But the potential for mitochondrial damage still isn’t widely appreciated among antibiotics researchers and the medical community, Collins says. “I think people generally assume that antibiotics do not impact mammalian cells,” he says. One problem is that there is still no reliable biomarker that researchers can use to test for mitochondrial damage in people, tying cell-line research to clinical experience. Nor is it known precisely how the fluoroquinolones are damaging human cells. A 2013 FDA review of the antibiotics’ safety, for example, cited a 1996 study reporting that cipro caused DNA breaks in mitochondria in a variety of mammalian cell lines. But Neil Osheroff, a biochemist at Vanderbilt University in Nashville, Tennessee, who studies fluoroquinolones, is doubtful about that result. He has done his own lab tests, and found that, at therapeutic concentrations, the fluoroquinolones prescribed by doctors have very little effect on human DNA. Meanwhile, mitochondrial damage isn’t the only theory in play: a 2015 study, done on human kidney cells, reported that fluoroquinolones can bind to iron atoms from the active sites of several enzymes that modify DNA, leading to epigenetic changes that might be related to some of the drugs’ side effects.
At a conference last September, Bennett reported preliminary data that might hint at why only some people develop serious side effects from fluoroquinolones. He took saliva samples from 24 people who reported neuropsychiatric side effects — such as memory loss, panic attacks and depression — and found that 13 of them (57%) shared a gene variant usually seen in only 9% of the population. Bennett is not revealing the gene’s identity because he has a patent application in process, but he says that it seems to be a site related to poor metabolism of the quinolones. Such a mutation might cause dangerously high levels of the drug to accumulate in cells, including in the brain. Bennett is now conducting a trial with 100 more participants to see if he can replicate the result. If so, that might lead to a genetic test to identify people who should not be given the drugs.
Lack of support
Most scientists asked by Nature about fluoroquinolones said that more research is needed to understand their side effects. Collins hopes to explore mitochondrial damage by antibiotics in other animal models. He and Murphy have also found, in lab studies, that giving antioxidants alongside fluoroquinolones seems to mitigate the effects on mitochondria. Murphy is interested in trials to avoid mitochondrial toxicity in drugs; he owns shares in a company that aims to set some up. But such trials are difficult and expensive, particularly for drugs that are given in sometimes life-threatening situations, he says. Golomb is currently conducting an unfunded online survey to gather information on the experiences of thousands of patients. She hopes that it will lead to hypotheses about what might mitigate harms that could then be tested in clinical trials. But little support is available. That’s typical for research on drug safety. Investigating medications that have been on the market for years isn’t a priority for research agencies such as the US National Institutes of Health, says Bennett. Manufacturers don’t have an incentive to fund post-market safety studies, particularly for off-patent drugs such as cipro and levofloxacin, where the vast majority of sales are from generics firms. “So there is really nobody to champion this work,” says Bennett.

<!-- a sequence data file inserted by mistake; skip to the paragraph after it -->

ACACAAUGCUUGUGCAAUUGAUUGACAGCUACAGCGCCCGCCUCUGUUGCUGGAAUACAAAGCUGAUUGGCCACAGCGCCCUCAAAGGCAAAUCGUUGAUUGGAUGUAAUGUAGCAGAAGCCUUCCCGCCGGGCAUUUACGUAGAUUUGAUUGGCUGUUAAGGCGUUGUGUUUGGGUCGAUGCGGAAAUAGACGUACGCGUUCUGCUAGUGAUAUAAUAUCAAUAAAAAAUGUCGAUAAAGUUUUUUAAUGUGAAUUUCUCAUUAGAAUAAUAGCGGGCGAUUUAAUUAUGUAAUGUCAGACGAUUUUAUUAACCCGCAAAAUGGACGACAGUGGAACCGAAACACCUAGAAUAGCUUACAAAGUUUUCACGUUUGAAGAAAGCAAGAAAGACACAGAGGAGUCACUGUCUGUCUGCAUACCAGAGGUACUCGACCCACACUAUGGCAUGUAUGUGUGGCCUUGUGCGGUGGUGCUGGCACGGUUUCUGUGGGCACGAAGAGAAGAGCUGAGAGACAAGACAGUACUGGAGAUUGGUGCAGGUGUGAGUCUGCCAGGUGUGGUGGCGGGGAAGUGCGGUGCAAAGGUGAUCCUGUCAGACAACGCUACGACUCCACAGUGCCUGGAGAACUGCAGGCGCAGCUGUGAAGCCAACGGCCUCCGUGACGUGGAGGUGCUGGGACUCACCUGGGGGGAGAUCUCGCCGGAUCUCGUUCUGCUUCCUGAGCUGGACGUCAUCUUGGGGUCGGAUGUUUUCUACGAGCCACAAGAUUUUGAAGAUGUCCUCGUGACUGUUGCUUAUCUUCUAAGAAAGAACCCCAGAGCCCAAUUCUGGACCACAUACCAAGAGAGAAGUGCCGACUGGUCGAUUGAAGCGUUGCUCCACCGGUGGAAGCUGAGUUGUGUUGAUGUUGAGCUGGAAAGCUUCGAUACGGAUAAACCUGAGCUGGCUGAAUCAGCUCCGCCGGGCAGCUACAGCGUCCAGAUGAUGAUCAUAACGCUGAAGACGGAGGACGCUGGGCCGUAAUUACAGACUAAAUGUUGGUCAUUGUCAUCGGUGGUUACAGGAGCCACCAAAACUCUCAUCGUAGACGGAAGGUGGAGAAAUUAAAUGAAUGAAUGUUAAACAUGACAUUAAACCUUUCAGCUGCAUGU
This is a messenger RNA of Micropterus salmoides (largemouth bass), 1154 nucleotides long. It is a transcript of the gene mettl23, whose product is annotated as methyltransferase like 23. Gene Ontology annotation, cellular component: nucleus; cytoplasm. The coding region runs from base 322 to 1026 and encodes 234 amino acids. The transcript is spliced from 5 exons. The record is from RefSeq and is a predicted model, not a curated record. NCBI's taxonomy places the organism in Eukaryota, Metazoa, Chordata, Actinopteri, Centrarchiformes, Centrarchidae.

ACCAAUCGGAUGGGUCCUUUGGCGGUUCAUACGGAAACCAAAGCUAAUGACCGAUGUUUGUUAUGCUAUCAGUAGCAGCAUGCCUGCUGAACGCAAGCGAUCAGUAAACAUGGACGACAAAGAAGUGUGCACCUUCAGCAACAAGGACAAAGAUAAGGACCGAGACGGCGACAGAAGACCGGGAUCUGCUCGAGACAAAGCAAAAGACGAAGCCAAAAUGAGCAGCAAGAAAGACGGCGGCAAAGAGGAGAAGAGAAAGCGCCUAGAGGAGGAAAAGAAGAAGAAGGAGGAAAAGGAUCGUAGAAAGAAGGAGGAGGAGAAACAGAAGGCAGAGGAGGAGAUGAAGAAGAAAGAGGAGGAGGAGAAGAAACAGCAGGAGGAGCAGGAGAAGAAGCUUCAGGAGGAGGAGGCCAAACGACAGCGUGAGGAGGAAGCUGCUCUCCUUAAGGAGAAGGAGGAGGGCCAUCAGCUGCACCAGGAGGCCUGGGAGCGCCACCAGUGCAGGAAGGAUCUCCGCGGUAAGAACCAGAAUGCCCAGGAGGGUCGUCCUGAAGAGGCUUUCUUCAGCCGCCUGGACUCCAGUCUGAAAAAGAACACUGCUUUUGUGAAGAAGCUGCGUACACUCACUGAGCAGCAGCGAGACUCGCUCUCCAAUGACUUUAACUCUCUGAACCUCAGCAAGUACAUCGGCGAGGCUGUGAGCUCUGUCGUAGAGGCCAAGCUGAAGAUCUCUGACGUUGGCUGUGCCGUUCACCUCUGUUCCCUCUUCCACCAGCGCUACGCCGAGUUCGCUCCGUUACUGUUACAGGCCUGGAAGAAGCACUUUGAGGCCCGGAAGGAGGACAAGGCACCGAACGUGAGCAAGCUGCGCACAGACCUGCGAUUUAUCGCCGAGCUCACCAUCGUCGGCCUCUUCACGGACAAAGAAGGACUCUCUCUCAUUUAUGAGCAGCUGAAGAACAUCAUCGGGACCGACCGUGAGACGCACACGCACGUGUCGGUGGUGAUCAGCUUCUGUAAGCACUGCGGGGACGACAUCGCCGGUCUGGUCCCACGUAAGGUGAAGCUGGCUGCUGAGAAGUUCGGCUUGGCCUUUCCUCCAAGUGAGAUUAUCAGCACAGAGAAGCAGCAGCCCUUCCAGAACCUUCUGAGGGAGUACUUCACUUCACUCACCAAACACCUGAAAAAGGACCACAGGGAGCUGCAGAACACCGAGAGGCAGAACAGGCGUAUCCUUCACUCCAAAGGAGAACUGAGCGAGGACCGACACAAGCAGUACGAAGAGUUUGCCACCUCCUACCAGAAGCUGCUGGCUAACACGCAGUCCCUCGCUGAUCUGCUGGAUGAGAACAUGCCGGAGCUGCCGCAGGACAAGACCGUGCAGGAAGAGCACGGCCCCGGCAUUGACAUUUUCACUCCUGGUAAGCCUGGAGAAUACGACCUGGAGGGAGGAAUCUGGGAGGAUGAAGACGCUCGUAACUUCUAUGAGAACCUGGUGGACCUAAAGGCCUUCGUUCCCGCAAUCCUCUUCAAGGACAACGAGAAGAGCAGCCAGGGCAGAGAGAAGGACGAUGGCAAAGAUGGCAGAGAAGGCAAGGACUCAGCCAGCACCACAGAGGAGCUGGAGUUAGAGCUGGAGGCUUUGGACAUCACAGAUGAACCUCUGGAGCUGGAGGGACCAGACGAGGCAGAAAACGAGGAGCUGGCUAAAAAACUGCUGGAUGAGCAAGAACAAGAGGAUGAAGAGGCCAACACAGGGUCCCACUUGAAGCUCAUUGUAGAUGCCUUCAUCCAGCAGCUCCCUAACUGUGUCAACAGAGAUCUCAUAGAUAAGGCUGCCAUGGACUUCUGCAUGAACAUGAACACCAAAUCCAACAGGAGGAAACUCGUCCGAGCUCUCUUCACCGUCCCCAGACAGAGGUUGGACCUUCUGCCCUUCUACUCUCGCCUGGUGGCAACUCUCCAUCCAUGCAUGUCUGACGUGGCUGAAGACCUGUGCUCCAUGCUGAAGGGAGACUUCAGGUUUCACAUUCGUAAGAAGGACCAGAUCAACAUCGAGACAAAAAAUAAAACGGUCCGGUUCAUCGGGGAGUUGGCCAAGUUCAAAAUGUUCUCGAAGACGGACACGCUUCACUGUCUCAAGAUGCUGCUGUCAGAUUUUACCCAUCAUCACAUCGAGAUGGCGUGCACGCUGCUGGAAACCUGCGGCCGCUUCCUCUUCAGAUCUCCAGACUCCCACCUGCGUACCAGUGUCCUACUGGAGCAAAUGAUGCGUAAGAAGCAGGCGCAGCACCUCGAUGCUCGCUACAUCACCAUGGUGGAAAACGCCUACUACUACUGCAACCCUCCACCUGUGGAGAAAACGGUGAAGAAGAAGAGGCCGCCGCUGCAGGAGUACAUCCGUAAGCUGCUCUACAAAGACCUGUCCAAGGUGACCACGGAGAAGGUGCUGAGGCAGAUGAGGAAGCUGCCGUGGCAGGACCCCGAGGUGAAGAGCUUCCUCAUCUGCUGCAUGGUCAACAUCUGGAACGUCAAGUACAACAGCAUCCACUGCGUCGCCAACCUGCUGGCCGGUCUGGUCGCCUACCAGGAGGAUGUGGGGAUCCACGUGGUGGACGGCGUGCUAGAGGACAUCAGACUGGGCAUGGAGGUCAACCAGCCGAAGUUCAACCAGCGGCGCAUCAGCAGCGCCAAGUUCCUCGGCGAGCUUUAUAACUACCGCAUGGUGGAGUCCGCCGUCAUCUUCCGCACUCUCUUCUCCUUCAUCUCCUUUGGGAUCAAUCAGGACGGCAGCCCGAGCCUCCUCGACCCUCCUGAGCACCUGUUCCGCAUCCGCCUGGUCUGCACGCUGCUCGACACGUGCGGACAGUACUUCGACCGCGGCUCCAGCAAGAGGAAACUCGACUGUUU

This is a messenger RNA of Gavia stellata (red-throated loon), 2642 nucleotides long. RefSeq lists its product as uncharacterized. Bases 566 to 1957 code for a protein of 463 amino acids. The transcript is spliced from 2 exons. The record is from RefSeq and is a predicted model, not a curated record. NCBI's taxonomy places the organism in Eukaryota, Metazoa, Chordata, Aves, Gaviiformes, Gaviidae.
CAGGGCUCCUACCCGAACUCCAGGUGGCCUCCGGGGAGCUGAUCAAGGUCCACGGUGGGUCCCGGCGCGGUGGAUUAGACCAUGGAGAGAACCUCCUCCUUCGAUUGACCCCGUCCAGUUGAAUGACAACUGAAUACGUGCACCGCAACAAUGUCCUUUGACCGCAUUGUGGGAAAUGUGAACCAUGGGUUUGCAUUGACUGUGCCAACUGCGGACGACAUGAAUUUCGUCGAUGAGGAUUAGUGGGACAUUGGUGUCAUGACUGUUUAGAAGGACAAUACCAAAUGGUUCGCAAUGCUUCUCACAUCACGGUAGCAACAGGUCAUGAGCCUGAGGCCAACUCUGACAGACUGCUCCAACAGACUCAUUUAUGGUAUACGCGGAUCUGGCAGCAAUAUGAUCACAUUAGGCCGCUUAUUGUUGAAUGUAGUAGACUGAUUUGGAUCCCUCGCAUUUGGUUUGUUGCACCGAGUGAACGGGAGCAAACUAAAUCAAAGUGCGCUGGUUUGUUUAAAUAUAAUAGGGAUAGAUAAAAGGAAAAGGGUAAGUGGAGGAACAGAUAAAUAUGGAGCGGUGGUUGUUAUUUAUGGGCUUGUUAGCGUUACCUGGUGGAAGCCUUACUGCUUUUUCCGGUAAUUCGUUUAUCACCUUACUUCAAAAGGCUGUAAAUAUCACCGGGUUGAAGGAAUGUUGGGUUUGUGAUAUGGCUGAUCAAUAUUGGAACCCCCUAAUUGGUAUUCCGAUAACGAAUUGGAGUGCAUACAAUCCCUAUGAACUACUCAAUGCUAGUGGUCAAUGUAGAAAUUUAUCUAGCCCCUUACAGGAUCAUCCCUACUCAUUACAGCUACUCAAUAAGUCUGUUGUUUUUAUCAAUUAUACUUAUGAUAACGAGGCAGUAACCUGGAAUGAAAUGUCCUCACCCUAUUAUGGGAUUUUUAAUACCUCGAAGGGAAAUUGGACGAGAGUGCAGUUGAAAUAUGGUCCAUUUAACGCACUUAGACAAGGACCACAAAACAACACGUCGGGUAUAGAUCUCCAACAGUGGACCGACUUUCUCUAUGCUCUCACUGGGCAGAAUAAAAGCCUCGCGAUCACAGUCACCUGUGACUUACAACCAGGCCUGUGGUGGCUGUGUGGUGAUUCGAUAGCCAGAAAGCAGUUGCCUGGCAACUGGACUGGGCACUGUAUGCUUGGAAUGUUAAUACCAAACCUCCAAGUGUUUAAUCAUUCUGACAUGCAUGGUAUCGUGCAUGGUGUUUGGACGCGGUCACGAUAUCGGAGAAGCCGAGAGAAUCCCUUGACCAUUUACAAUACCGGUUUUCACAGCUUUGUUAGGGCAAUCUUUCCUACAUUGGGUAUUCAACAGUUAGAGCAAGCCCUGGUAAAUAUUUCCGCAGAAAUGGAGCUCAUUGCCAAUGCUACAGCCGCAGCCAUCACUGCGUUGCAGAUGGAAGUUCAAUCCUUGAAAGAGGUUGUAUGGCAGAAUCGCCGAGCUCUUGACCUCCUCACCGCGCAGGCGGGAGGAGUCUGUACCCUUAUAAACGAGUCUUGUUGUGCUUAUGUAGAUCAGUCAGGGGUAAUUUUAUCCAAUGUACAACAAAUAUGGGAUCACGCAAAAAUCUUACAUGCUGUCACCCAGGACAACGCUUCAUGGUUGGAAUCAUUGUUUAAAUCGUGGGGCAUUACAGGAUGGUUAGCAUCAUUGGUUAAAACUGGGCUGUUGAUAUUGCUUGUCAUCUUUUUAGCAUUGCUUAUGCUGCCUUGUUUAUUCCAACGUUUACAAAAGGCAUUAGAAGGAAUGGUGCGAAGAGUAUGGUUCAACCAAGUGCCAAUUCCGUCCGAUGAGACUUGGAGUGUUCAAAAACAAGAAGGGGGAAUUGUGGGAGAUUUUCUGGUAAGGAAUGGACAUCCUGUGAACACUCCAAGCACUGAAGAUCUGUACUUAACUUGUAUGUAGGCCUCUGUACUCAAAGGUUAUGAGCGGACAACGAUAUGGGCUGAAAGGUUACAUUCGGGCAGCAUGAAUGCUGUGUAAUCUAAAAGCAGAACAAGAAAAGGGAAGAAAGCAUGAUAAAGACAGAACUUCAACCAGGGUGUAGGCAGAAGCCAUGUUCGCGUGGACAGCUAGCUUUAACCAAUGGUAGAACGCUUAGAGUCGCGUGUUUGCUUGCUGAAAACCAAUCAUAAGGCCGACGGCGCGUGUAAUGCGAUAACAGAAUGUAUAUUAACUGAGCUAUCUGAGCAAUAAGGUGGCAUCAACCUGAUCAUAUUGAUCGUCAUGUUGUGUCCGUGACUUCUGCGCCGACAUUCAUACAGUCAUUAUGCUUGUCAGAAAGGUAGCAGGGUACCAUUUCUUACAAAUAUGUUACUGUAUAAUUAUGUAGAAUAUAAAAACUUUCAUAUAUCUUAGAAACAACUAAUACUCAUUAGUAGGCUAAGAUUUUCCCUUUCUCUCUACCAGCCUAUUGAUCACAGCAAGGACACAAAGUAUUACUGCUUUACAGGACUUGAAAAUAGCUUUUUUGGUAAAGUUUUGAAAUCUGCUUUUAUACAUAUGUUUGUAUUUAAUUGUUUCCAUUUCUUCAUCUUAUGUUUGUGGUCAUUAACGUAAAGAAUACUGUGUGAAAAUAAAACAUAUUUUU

Another factor is scientists’ reluctance to publish results that drug companies might find unfavourable. “There’s a long history of adverse action against people who expose drug and chemical harms,” says Golomb. She cites a list made by the pharmaceutical firm Merck of doctors who criticized the anti-inflammatory drug Vioxx (rofecoxib), which was withdrawn from the market over an increased risk of heart attack and stroke. According to internal e-mails read out in court in 2009 as part of a Vioxx class-action case in Australia, a list e-mailed among Merck employees contained doctors’ names with the labels “neutralize”, “neutralized” or “discredit” next to them. (Merck did not respond to Nature’s request for comment.) Aggressive tactics are “a very big problem”, says Bennett, who says he has been threatened by drug companies in the past.
For Osheroff, there are more-pressing concerns about fluoroquinolones, such as how to combat the emergence of antibiotic-resistant infections and develop new antibiotics. But he and other scientists agree that doctors should not prescribe fluoroquinolones for relatively minor infections when they could use other drugs. The FDA’s warnings on drug labels, however, have been slow to produce results. Prescriptions for the drugs did not fall between 2011 and 2015, according to the CDC (see ‘Overprescribed antibiotics’). This suggests, says Bennett, that official alerts haven’t been enough to get physicians to change their habits. The labels for fluoroquinolones alone have changed around 20 times in the past 4 or 5 years, he says. “It is almost impossible for doctors to keep up.” Still, US prescriptions of fluoroquinolone antibiotics did drop by around 10% in 2016, and totals for the first half of 2017 suggest that prescriptions fell again last year, according to unpublished figures given to Nature by IQVIA, a health-data firm in Durham, North Carolina.
Meanwhile, van Staveren, in Amsterdam, complains that despite her medical training, she still can’t find a doctor who believes her. She is waiting for the EMA to make its recommendations, and hopes that it will follow the FDA in acknowledging FQAD, and warning about it. (The EMA declined to comment while the review is ongoing.) “I want doctors to be informed about the risks, no matter how rare or not they are,” van Staveren says. “I want warnings all over and I want the warnings to be taken seriously.”